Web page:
"Forgot to send these drawings last night. Ivette will prefer this new version. In the photo version I sent you, Libby the owl had aged prematurely. She's now had a face lift and the eyes have moved up again." That wasn't the only adjustment. "On the impending changes to our sales model, I have come to the conclusion that the importer/dealer model is a dying breed particularly for the less well-know niche brands. The big brands with more resources will survive a while longer I am sure but talking to our Bern dealer who really struggled this year, he is being used more and more just for people to have a listen and then go online to try and get a better deal. The majority of sales we did over the last 2 years were direct. For a product like ours, most dealers just plead poverty and say how bad the market is. With the new direct scheme, the Libération is down to CHF16'000/pr. This retains a much reduced dealer margin for those few enthusiast shops who want to work with us without insisting on the usual markups which drive final pricing well beyond sanity." As to favourite amps, "the best results I've had to date are with Nelson's FirstWatt F6. That controls the 18" beautifully. Having said that, I suspect you may find the beefier Pass Labs more suitable in your larger space but lets see. I have also traded my Berning Zotl for a new AM Music 833 with the large 120-watt glass. I had hooked up the Waves at a Cheshire show with importer Ian a year ago and loved the combination. It is not the big beast with the external PS but a newer more compact version." To put the direct savings into perspective, the new sell price for a pair of Libérations now is less than what just the raw drivers times the industry's minimum conventional retail markup cost soundkaos. The raw hardware of eight premium drivers from small suppliers here demands more than a pair of finished Rethm Bhaava retail for. By eliminating a distributor margin altogether whilst reducing their retail margin by half, soundkaos save the end user a pretty penny.

Delivery was by way of Polish Barczak flight cases with added wood base. Each speaker bolted to that reinforcement with extensions from its three footer receivers. Concise unpacking instructions awaited taped to the outside of each thick cloth liner swaddling the speakers. A spanner to remove the fixing bolts came thoughtfully included. The head units' front grills shipped uninstalled so the user will readily affix the magnetized Raal ribbon foam deflectors. Best subjective performance, between a pair, is said to be a distance of 11 exposed teeth on the tweeter's mounting plate edge. Best-measuring performance wants 13 teeth. The biwire terminals arrived with a wire jumper installed. The nicely machined two-part solid wood footers sported some freedom of motion built in to accomplish something similar to Sven Boenicke's SwingBase.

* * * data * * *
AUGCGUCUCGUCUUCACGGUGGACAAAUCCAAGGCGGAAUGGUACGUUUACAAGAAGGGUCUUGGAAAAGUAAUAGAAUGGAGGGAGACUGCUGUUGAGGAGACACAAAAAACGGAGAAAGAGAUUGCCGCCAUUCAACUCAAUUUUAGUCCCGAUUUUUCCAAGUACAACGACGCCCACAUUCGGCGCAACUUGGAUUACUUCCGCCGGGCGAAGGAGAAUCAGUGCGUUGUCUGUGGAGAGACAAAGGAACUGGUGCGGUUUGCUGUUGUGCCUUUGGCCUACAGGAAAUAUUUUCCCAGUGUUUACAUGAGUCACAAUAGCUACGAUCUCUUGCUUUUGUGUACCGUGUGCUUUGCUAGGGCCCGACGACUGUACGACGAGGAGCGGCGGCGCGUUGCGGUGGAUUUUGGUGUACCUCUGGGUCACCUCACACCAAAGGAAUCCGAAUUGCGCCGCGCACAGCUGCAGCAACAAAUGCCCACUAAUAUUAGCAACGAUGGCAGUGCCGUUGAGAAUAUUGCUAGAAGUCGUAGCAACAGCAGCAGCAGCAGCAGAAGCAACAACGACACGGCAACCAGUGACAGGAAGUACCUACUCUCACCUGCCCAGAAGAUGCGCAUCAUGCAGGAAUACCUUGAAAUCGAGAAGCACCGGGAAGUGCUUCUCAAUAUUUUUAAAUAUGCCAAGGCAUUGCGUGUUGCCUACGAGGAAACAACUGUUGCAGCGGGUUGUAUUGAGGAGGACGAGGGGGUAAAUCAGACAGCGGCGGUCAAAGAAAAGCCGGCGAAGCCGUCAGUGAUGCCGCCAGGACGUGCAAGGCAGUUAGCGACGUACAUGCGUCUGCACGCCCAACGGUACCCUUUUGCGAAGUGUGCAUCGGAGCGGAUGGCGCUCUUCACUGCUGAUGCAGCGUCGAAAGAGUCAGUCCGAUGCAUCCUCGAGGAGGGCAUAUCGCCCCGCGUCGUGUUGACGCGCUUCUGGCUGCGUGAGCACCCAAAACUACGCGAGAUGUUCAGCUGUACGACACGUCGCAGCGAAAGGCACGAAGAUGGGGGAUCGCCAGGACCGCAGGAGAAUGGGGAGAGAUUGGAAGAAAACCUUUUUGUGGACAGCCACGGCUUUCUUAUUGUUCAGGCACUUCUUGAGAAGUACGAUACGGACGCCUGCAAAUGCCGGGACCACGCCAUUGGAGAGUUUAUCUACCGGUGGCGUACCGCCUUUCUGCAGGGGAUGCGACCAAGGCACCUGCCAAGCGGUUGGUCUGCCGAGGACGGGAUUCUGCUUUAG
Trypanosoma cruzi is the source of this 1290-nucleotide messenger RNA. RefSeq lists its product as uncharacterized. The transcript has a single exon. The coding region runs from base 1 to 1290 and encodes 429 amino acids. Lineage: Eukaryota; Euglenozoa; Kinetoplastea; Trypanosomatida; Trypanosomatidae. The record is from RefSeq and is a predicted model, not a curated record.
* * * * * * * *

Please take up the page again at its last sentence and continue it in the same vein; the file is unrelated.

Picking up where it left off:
For size reference, I took a photo next to our Zu Druid V before those vacated the room to let the soundkaos move into their spots. Ivette walked behind them and marveled at how shallow they were. "They're open" she called out, clearly baffled. Like me, she marveled at the workmanship. The finished product looked so simple. All extraneous stuff had been eliminated. Just the pure design essence remained. No wiring showed anywhere, not between the modules, not between each and the massive Walnut spine. Contemplating actual manufacture, its hidden put-togetherness if you will... it all suggested very serious planning and crafty Swiss precision work. Those bronze mesh covers alone looked like a real nightmare to size and shape perfectly. Things were off to a splendid start, with the 90wpc Crayon Audio CFA-1.2—a 'high-power' Bakoon type—acquitting itself brilliantly. Had I by chance tapped into our very best amplifier match from the start?